playing a song like the recording

Discussion in 'General Instruction [BG]' started by Tevin, Nov 4, 2011.

  1. JTE

    JTE Supporting Member

    Mar 12, 2008
    Central Illinois, USA
    To me "song" us NOT, emphatically not synonymous with "arrangement" nor "recording". The riff Duane Allman came up with for "Layla"is not the song. The song is the melody, basic harmony, and the lyrics.

    Playing music is about playing in the moment with people you're sharing a stagevwithbrifhr now. It's not regurgitation of what other people dust in a totally different environment.

  2. Russell L

    Russell L

    Mar 5, 2011
    Cayce, SC
    Have you never enjoyed playing a tune like the record because you get off on it just like that? I mean, there are a lot of tunes I LIKE to play like the record because I get into that group, or I get into that bass part. I love playing Allman Brothers stuff that way, for instance. I LIKE what THEY did, and it feels good to play it.

    Has nothing to do with a lack of creativity.

    I also agree that even when playing something just like the record that it is possible to get into what you're doing with your technique, in all its aspects. It's like when I have to play a song I don't like, I can always find refuge in enjoying technique and my equipment.
  3. Smooth_bass88

    Smooth_bass88 vaxx! Supporting Member

    Oct 31, 2006
    North AMERICA, USA
    I try to get out and see bands as much as possible (when I'm not gigging) and I've seen players BUTCHER songs to hell playing it 'their way'. It's like, "oh, so you think you're above Paul McCartney and Pino Palladino?" Sorry, but 99% of the time it sounds like garbage when people do that.

    When I sub in cover bands, most of the time the other band members come up to me after and say, "Dude, it's soooo nice to hear the correct basslines, feels, fills, etc."..

    Heck, even last night we did a acoustic duo gig (ok, I played my Jack Casady which is not really acoustic), but had a third guitarist sit in with us. Every time I played a correct bass riff or lick he was all smiles.

    You ever heard John Mayer's version of "My Sweet Lord"? Sean plays it pretty much exact.

    You ever heard Van Halen's version of "Won't Get Fooled Again"? Mike plays it just about 100% like the Ox.

    Even THESE guys pay respect to the recordings!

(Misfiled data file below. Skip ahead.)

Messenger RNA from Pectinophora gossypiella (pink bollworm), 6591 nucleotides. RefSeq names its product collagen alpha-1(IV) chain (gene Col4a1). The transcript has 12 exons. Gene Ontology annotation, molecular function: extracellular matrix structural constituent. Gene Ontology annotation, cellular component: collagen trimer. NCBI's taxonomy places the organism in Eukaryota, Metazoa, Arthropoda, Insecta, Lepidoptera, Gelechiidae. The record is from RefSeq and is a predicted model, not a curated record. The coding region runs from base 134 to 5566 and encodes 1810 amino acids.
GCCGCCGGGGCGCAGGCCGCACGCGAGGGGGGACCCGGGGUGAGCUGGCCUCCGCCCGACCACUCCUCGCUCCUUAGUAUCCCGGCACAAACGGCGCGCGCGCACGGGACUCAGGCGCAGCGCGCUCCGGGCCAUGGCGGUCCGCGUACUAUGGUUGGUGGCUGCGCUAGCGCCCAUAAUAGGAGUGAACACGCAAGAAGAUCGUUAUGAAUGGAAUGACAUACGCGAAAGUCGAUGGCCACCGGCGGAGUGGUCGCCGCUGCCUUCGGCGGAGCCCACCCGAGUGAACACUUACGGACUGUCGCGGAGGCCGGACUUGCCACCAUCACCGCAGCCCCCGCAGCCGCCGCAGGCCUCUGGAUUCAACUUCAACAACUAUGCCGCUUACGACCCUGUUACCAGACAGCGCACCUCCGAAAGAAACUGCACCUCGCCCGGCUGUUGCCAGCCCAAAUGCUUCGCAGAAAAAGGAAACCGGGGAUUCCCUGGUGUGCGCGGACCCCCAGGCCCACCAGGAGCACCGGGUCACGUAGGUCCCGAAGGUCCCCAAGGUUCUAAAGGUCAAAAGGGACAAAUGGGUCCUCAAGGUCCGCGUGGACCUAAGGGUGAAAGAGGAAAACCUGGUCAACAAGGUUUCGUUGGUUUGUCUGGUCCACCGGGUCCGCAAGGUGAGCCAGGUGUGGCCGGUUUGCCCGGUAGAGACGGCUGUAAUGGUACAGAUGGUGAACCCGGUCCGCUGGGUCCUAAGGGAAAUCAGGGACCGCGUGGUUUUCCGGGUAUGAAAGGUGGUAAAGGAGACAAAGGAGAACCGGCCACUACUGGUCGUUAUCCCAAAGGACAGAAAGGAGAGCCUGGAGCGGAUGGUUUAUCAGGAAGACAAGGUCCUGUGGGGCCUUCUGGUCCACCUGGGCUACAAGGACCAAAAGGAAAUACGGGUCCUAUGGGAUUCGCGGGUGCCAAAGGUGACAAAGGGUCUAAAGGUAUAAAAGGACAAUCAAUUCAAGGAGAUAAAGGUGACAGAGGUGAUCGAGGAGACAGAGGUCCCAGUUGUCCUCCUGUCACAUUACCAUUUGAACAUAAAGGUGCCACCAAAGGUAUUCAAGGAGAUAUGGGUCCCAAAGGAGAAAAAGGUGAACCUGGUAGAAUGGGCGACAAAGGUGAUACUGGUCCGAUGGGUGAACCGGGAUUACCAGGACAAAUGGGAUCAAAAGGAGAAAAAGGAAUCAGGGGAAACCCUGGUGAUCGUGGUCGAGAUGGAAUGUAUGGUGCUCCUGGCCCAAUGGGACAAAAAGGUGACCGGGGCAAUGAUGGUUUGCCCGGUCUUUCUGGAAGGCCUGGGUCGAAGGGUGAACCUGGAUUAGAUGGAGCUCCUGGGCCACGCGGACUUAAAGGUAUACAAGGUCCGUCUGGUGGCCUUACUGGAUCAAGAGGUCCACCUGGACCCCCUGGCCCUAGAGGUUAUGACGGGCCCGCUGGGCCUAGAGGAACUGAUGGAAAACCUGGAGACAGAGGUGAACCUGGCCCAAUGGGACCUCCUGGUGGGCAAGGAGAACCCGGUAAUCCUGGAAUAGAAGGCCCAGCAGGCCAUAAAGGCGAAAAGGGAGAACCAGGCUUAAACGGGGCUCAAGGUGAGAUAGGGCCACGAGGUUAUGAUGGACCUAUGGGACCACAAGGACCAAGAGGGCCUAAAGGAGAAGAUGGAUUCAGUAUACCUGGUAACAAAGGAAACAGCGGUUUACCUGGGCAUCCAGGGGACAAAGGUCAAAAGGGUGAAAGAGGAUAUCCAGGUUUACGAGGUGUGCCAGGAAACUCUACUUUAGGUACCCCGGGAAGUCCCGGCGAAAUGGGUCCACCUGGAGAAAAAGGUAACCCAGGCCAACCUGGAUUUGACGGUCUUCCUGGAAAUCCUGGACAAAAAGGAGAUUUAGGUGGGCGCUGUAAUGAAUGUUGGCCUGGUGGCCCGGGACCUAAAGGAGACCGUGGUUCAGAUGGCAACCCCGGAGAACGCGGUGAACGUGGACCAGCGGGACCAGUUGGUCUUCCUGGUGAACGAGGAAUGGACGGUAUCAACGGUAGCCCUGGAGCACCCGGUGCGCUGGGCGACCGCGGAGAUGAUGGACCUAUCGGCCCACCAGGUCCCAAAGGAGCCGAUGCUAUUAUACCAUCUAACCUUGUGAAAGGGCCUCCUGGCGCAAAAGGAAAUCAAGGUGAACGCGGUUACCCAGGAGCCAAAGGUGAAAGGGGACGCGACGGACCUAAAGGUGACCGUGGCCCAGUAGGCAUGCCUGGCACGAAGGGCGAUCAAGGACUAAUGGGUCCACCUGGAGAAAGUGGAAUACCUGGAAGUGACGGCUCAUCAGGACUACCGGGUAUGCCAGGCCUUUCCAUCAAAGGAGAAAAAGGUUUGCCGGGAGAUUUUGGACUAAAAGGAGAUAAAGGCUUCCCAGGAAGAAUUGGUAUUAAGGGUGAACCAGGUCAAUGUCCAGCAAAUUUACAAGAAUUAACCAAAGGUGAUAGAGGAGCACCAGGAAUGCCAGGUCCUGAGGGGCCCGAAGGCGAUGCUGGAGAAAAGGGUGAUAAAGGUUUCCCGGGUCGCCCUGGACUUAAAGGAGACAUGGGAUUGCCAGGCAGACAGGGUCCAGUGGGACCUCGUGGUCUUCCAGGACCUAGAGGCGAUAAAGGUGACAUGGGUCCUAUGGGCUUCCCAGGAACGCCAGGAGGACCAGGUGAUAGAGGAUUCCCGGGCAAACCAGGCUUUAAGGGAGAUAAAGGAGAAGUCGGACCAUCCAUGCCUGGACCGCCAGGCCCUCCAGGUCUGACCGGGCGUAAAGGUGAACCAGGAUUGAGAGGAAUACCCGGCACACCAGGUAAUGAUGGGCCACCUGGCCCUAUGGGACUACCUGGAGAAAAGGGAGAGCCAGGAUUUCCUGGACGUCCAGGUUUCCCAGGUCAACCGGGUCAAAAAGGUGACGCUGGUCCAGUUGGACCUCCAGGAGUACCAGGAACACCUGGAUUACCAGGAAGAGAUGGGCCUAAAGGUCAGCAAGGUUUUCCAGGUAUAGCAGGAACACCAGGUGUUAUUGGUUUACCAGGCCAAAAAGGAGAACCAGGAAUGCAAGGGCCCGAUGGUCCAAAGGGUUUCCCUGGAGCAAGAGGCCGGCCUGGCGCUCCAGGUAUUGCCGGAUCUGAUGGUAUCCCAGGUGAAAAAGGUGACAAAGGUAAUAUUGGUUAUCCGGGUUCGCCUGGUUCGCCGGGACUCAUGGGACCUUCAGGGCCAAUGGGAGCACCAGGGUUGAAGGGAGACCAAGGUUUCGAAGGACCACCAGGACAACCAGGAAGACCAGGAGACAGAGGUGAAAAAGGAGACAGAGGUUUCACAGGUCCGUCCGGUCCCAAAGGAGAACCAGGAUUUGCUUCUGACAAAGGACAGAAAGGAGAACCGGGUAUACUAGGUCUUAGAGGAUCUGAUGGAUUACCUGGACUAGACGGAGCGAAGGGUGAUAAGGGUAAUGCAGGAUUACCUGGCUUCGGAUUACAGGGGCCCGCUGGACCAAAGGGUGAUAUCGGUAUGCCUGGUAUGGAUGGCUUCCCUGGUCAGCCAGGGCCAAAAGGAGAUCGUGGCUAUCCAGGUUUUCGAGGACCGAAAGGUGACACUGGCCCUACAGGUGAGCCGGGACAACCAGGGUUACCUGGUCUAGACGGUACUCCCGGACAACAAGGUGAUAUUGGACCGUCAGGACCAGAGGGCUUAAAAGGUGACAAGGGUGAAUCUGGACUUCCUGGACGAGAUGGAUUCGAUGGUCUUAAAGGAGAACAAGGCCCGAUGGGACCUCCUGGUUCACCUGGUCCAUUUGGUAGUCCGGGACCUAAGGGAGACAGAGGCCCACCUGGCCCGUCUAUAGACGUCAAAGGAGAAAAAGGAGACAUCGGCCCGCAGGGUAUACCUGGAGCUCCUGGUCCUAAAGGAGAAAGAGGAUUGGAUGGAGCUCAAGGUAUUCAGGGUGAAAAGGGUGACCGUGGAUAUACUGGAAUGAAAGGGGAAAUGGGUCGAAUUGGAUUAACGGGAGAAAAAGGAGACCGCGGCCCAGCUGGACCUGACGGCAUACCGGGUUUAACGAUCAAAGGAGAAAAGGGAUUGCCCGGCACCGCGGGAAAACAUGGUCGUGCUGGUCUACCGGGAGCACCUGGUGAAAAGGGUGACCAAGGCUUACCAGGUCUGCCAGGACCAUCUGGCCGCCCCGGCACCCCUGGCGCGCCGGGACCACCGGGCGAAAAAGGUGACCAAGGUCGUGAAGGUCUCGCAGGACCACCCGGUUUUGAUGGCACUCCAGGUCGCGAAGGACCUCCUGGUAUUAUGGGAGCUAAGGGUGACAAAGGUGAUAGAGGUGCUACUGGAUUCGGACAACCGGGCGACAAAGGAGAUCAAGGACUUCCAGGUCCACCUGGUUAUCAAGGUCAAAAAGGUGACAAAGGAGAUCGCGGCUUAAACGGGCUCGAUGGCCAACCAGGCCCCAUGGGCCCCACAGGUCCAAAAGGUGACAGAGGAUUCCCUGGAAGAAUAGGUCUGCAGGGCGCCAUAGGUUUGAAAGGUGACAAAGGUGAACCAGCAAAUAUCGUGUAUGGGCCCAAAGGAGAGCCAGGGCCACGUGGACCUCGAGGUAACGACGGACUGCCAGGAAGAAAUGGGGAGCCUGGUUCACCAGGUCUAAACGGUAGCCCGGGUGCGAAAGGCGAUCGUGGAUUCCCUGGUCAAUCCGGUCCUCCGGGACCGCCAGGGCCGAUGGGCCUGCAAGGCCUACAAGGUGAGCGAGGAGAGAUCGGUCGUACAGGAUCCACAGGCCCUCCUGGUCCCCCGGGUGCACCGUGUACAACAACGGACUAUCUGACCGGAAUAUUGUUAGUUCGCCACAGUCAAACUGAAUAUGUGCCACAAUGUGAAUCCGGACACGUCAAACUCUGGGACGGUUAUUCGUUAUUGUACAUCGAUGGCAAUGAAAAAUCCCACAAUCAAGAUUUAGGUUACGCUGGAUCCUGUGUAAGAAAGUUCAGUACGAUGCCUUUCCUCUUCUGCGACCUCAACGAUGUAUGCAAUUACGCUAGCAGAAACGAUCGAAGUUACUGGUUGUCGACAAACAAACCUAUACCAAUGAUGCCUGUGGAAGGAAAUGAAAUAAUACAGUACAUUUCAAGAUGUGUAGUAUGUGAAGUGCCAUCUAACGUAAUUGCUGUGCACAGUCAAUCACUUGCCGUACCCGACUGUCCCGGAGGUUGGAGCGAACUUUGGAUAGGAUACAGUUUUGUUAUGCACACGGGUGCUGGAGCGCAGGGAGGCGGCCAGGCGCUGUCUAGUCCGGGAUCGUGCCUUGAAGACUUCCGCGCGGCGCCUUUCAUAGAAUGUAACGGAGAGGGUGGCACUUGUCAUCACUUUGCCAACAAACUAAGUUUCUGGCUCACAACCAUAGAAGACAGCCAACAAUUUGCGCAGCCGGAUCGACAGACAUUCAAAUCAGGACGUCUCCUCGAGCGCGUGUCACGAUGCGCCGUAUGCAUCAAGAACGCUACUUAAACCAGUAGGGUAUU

4. Jinro


    Oct 9, 2011
    West TN
    I said multiple guitars were fine. But Hillsongs United are professionals working a big stage. A church band typically isn't Professionals might have more guitars, and they have the knowledge to make things work right, which is also extremely important. We play Hosanna with 2 electrics and 1 acoustic, and it comes out just fine.

    Multiple keyboards? Haven't seen a single band with multiple keyboards, and don't see how it would possible work.
  5. Tevin


    Apr 17, 2011
    Keep in mind I said I play guitar for church. Sometimes I don't play chords because the two keyboardists are. If I don't play the song like the recording,I keep the same feel
  6. Mayers

    Mayers Guest

    Sep 28, 2007
    I think that when you do cover, you have to play it like the recording or if you are a playing in a different music style you can change the style of the song, that can be cool too.

    But still, I get the feeling that if you modify the bass line or any other line it is like ... well those part aren't important at all in the song, I could play whaterver and people couldn't tell the difference. So we could say those line are garbage to the player if he choose to change them completly.
  7. there seems to be alot of hair splitting going on here. I teach bass. I tell my students, learn the line the way it is THEN make it yours. thats the only way to really know what parts of the line are important and and which parts are changable. bruce lee said "make yourself like water, water takes the shape of any object it fills." do what is appropriate for the situation. in short...get over yourself and be the music. sorry thats kinda hippy BS. But seriously.